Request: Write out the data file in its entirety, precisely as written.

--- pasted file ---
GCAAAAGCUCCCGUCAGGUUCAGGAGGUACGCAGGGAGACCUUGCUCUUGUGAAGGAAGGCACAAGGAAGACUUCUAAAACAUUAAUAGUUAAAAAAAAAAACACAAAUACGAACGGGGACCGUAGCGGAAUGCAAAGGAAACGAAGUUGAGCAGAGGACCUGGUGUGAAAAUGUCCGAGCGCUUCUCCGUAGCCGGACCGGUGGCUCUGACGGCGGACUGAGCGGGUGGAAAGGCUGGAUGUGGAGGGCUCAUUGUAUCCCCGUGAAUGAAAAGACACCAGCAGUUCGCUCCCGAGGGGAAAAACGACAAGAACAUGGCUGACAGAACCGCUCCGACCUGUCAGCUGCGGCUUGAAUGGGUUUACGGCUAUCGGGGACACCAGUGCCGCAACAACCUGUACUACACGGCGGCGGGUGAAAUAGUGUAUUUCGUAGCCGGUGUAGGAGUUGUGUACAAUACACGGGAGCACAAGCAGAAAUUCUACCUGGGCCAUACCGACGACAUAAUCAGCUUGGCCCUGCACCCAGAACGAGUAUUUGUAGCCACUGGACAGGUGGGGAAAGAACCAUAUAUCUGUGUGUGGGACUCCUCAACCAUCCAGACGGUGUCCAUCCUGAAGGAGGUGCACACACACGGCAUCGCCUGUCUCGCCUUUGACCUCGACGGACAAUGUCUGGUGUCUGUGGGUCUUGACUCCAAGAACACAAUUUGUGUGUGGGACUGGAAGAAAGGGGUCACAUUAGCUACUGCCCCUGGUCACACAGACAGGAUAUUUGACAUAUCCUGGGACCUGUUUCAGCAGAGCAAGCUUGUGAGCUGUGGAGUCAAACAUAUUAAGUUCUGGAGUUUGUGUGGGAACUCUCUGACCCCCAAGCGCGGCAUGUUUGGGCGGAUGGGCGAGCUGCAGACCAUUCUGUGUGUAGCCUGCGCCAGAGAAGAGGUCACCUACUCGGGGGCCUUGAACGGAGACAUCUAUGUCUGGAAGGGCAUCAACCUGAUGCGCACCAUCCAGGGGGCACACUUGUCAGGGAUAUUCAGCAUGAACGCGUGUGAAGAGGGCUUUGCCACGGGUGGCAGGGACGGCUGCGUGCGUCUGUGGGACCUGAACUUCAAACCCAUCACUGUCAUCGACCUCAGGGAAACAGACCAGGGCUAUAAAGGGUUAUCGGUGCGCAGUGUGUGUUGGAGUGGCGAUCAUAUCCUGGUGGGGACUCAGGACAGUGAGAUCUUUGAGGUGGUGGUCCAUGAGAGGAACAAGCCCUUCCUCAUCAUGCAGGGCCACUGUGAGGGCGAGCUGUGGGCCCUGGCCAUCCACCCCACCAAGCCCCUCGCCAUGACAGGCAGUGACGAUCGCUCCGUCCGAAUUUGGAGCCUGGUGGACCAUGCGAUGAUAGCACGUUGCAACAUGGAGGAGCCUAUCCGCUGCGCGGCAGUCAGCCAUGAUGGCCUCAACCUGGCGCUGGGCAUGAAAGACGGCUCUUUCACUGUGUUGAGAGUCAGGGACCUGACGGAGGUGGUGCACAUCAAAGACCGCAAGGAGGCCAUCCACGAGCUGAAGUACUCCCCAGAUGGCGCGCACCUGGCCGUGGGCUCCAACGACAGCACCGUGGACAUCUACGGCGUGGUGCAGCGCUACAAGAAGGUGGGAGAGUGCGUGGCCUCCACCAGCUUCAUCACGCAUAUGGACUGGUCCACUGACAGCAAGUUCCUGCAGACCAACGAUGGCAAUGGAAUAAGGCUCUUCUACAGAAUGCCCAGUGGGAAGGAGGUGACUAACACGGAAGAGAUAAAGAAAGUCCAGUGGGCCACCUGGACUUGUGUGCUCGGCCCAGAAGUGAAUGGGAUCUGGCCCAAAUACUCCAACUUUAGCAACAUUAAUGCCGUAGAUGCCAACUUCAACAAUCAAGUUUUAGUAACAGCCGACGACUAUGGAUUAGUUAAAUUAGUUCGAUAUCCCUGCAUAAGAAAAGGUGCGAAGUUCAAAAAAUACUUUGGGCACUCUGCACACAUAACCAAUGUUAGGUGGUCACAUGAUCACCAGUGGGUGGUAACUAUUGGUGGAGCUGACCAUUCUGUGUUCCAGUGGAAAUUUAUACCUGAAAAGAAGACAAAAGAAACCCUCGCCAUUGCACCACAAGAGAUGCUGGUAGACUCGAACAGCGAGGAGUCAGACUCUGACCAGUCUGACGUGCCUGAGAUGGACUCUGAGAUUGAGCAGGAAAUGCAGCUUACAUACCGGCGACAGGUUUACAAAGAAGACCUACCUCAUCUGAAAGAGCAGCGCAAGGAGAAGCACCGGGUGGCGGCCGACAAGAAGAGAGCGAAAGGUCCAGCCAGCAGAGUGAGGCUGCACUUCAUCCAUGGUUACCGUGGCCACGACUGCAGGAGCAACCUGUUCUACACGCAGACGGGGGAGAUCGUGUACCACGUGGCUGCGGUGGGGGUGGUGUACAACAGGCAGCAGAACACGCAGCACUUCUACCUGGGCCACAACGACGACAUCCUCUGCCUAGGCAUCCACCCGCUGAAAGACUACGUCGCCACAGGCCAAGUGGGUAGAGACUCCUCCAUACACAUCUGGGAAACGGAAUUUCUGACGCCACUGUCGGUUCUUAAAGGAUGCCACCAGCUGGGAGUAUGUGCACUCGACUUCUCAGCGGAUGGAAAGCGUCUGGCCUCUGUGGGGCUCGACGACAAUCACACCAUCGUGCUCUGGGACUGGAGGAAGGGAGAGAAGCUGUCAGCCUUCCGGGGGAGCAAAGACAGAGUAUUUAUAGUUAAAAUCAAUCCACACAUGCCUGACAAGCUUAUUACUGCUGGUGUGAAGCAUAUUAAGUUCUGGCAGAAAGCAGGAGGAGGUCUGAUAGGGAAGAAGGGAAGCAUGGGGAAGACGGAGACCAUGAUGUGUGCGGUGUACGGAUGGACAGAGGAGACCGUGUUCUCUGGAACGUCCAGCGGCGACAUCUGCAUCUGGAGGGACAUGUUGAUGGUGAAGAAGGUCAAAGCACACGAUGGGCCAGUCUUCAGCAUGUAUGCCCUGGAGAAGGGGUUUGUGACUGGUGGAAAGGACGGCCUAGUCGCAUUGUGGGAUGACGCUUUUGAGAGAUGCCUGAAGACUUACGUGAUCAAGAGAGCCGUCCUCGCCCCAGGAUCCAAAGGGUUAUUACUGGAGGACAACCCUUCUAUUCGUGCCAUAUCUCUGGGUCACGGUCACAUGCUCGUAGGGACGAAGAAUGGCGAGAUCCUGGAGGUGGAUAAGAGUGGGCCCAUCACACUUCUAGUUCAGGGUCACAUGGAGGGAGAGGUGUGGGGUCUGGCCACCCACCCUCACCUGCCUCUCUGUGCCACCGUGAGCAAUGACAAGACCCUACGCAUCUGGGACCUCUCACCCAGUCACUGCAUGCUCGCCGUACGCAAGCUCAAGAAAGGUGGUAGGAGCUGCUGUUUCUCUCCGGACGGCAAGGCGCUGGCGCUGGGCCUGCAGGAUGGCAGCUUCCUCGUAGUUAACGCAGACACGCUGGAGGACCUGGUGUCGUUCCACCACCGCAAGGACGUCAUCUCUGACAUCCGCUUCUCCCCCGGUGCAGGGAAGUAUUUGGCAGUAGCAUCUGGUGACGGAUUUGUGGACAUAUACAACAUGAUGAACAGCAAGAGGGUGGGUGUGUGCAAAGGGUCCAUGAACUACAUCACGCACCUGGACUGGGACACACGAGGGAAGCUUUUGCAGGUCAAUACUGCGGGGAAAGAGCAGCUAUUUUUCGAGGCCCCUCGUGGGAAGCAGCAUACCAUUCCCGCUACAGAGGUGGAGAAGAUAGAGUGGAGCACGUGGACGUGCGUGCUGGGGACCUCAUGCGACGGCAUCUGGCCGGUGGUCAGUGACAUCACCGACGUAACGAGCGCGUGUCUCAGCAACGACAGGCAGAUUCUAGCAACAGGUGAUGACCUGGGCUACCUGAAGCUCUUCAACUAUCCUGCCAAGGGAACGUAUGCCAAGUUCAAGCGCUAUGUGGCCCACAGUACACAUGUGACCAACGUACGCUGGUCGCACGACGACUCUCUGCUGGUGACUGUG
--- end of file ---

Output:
GCAAAAGCUCCCGUCAGGUUCAGGAGGUACGCAGGGAGACCUUGCUCUUGUGAAGGAAGGCACAAGGAAGACUUCUAAAACAUUAAUAGUUAAAAAAAAAAACACAAAUACGAACGGGGACCGUAGCGGAAUGCAAAGGAAACGAAGUUGAGCAGAGGACCUGGUGUGAAAAUGUCCGAGCGCUUCUCCGUAGCCGGACCGGUGGCUCUGACGGCGGACUGAGCGGGUGGAAAGGCUGGAUGUGGAGGGCUCAUUGUAUCCCCGUGAAUGAAAAGACACCAGCAGUUCGCUCCCGAGGGGAAAAACGACAAGAACAUGGCUGACAGAACCGCUCCGACCUGUCAGCUGCGGCUUGAAUGGGUUUACGGCUAUCGGGGACACCAGUGCCGCAACAACCUGUACUACACGGCGGCGGGUGAAAUAGUGUAUUUCGUAGCCGGUGUAGGAGUUGUGUACAAUACACGGGAGCACAAGCAGAAAUUCUACCUGGGCCAUACCGACGACAUAAUCAGCUUGGCCCUGCACCCAGAACGAGUAUUUGUAGCCACUGGACAGGUGGGGAAAGAACCAUAUAUCUGUGUGUGGGACUCCUCAACCAUCCAGACGGUGUCCAUCCUGAAGGAGGUGCACACACACGGCAUCGCCUGUCUCGCCUUUGACCUCGACGGACAAUGUCUGGUGUCUGUGGGUCUUGACUCCAAGAACACAAUUUGUGUGUGGGACUGGAAGAAAGGGGUCACAUUAGCUACUGCCCCUGGUCACACAGACAGGAUAUUUGACAUAUCCUGGGACCUGUUUCAGCAGAGCAAGCUUGUGAGCUGUGGAGUCAAACAUAUUAAGUUCUGGAGUUUGUGUGGGAACUCUCUGACCCCCAAGCGCGGCAUGUUUGGGCGGAUGGGCGAGCUGCAGACCAUUCUGUGUGUAGCCUGCGCCAGAGAAGAGGUCACCUACUCGGGGGCCUUGAACGGAGACAUCUAUGUCUGGAAGGGCAUCAACCUGAUGCGCACCAUCCAGGGGGCACACUUGUCAGGGAUAUUCAGCAUGAACGCGUGUGAAGAGGGCUUUGCCACGGGUGGCAGGGACGGCUGCGUGCGUCUGUGGGACCUGAACUUCAAACCCAUCACUGUCAUCGACCUCAGGGAAACAGACCAGGGCUAUAAAGGGUUAUCGGUGCGCAGUGUGUGUUGGAGUGGCGAUCAUAUCCUGGUGGGGACUCAGGACAGUGAGAUCUUUGAGGUGGUGGUCCAUGAGAGGAACAAGCCCUUCCUCAUCAUGCAGGGCCACUGUGAGGGCGAGCUGUGGGCCCUGGCCAUCCACCCCACCAAGCCCCUCGCCAUGACAGGCAGUGACGAUCGCUCCGUCCGAAUUUGGAGCCUGGUGGACCAUGCGAUGAUAGCACGUUGCAACAUGGAGGAGCCUAUCCGCUGCGCGGCAGUCAGCCAUGAUGGCCUCAACCUGGCGCUGGGCAUGAAAGACGGCUCUUUCACUGUGUUGAGAGUCAGGGACCUGACGGAGGUGGUGCACAUCAAAGACCGCAAGGAGGCCAUCCACGAGCUGAAGUACUCCCCAGAUGGCGCGCACCUGGCCGUGGGCUCCAACGACAGCACCGUGGACAUCUACGGCGUGGUGCAGCGCUACAAGAAGGUGGGAGAGUGCGUGGCCUCCACCAGCUUCAUCACGCAUAUGGACUGGUCCACUGACAGCAAGUUCCUGCAGACCAACGAUGGCAAUGGAAUAAGGCUCUUCUACAGAAUGCCCAGUGGGAAGGAGGUGACUAACACGGAAGAGAUAAAGAAAGUCCAGUGGGCCACCUGGACUUGUGUGCUCGGCCCAGAAGUGAAUGGGAUCUGGCCCAAAUACUCCAACUUUAGCAACAUUAAUGCCGUAGAUGCCAACUUCAACAAUCAAGUUUUAGUAACAGCCGACGACUAUGGAUUAGUUAAAUUAGUUCGAUAUCCCUGCAUAAGAAAAGGUGCGAAGUUCAAAAAAUACUUUGGGCACUCUGCACACAUAACCAAUGUUAGGUGGUCACAUGAUCACCAGUGGGUGGUAACUAUUGGUGGAGCUGACCAUUCUGUGUUCCAGUGGAAAUUUAUACCUGAAAAGAAGACAAAAGAAACCCUCGCCAUUGCACCACAAGAGAUGCUGGUAGACUCGAACAGCGAGGAGUCAGACUCUGACCAGUCUGACGUGCCUGAGAUGGACUCUGAGAUUGAGCAGGAAAUGCAGCUUACAUACCGGCGACAGGUUUACAAAGAAGACCUACCUCAUCUGAAAGAGCAGCGCAAGGAGAAGCACCGGGUGGCGGCCGACAAGAAGAGAGCGAAAGGUCCAGCCAGCAGAGUGAGGCUGCACUUCAUCCAUGGUUACCGUGGCCACGACUGCAGGAGCAACCUGUUCUACACGCAGACGGGGGAGAUCGUGUACCACGUGGCUGCGGUGGGGGUGGUGUACAACAGGCAGCAGAACACGCAGCACUUCUACCUGGGCCACAACGACGACAUCCUCUGCCUAGGCAUCCACCCGCUGAAAGACUACGUCGCCACAGGCCAAGUGGGUAGAGACUCCUCCAUACACAUCUGGGAAACGGAAUUUCUGACGCCACUGUCGGUUCUUAAAGGAUGCCACCAGCUGGGAGUAUGUGCACUCGACUUCUCAGCGGAUGGAAAGCGUCUGGCCUCUGUGGGGCUCGACGACAAUCACACCAUCGUGCUCUGGGACUGGAGGAAGGGAGAGAAGCUGUCAGCCUUCCGGGGGAGCAAAGACAGAGUAUUUAUAGUUAAAAUCAAUCCACACAUGCCUGACAAGCUUAUUACUGCUGGUGUGAAGCAUAUUAAGUUCUGGCAGAAAGCAGGAGGAGGUCUGAUAGGGAAGAAGGGAAGCAUGGGGAAGACGGAGACCAUGAUGUGUGCGGUGUACGGAUGGACAGAGGAGACCGUGUUCUCUGGAACGUCCAGCGGCGACAUCUGCAUCUGGAGGGACAUGUUGAUGGUGAAGAAGGUCAAAGCACACGAUGGGCCAGUCUUCAGCAUGUAUGCCCUGGAGAAGGGGUUUGUGACUGGUGGAAAGGACGGCCUAGUCGCAUUGUGGGAUGACGCUUUUGAGAGAUGCCUGAAGACUUACGUGAUCAAGAGAGCCGUCCUCGCCCCAGGAUCCAAAGGGUUAUUACUGGAGGACAACCCUUCUAUUCGUGCCAUAUCUCUGGGUCACGGUCACAUGCUCGUAGGGACGAAGAAUGGCGAGAUCCUGGAGGUGGAUAAGAGUGGGCCCAUCACACUUCUAGUUCAGGGUCACAUGGAGGGAGAGGUGUGGGGUCUGGCCACCCACCCUCACCUGCCUCUCUGUGCCACCGUGAGCAAUGACAAGACCCUACGCAUCUGGGACCUCUCACCCAGUCACUGCAUGCUCGCCGUACGCAAGCUCAAGAAAGGUGGUAGGAGCUGCUGUUUCUCUCCGGACGGCAAGGCGCUGGCGCUGGGCCUGCAGGAUGGCAGCUUCCUCGUAGUUAACGCAGACACGCUGGAGGACCUGGUGUCGUUCCACCACCGCAAGGACGUCAUCUCUGACAUCCGCUUCUCCCCCGGUGCAGGGAAGUAUUUGGCAGUAGCAUCUGGUGACGGAUUUGUGGACAUAUACAACAUGAUGAACAGCAAGAGGGUGGGUGUGUGCAAAGGGUCCAUGAACUACAUCACGCACCUGGACUGGGACACACGAGGGAAGCUUUUGCAGGUCAAUACUGCGGGGAAAGAGCAGCUAUUUUUCGAGGCCCCUCGUGGGAAGCAGCAUACCAUUCCCGCUACAGAGGUGGAGAAGAUAGAGUGGAGCACGUGGACGUGCGUGCUGGGGACCUCAUGCGACGGCAUCUGGCCGGUGGUCAGUGACAUCACCGACGUAACGAGCGCGUGUCUCAGCAACGACAGGCAGAUUCUAGCAACAGGUGAUGACCUGGGCUACCUGAAGCUCUUCAACUAUCCUGCCAAGGGAACGUAUGCCAAGUUCAAGCGCUAUGUGGCCCACAGUACACAUGUGACCAACGUACGCUGGUCGCACGACGACUCUCUGCUGGUGACUGUG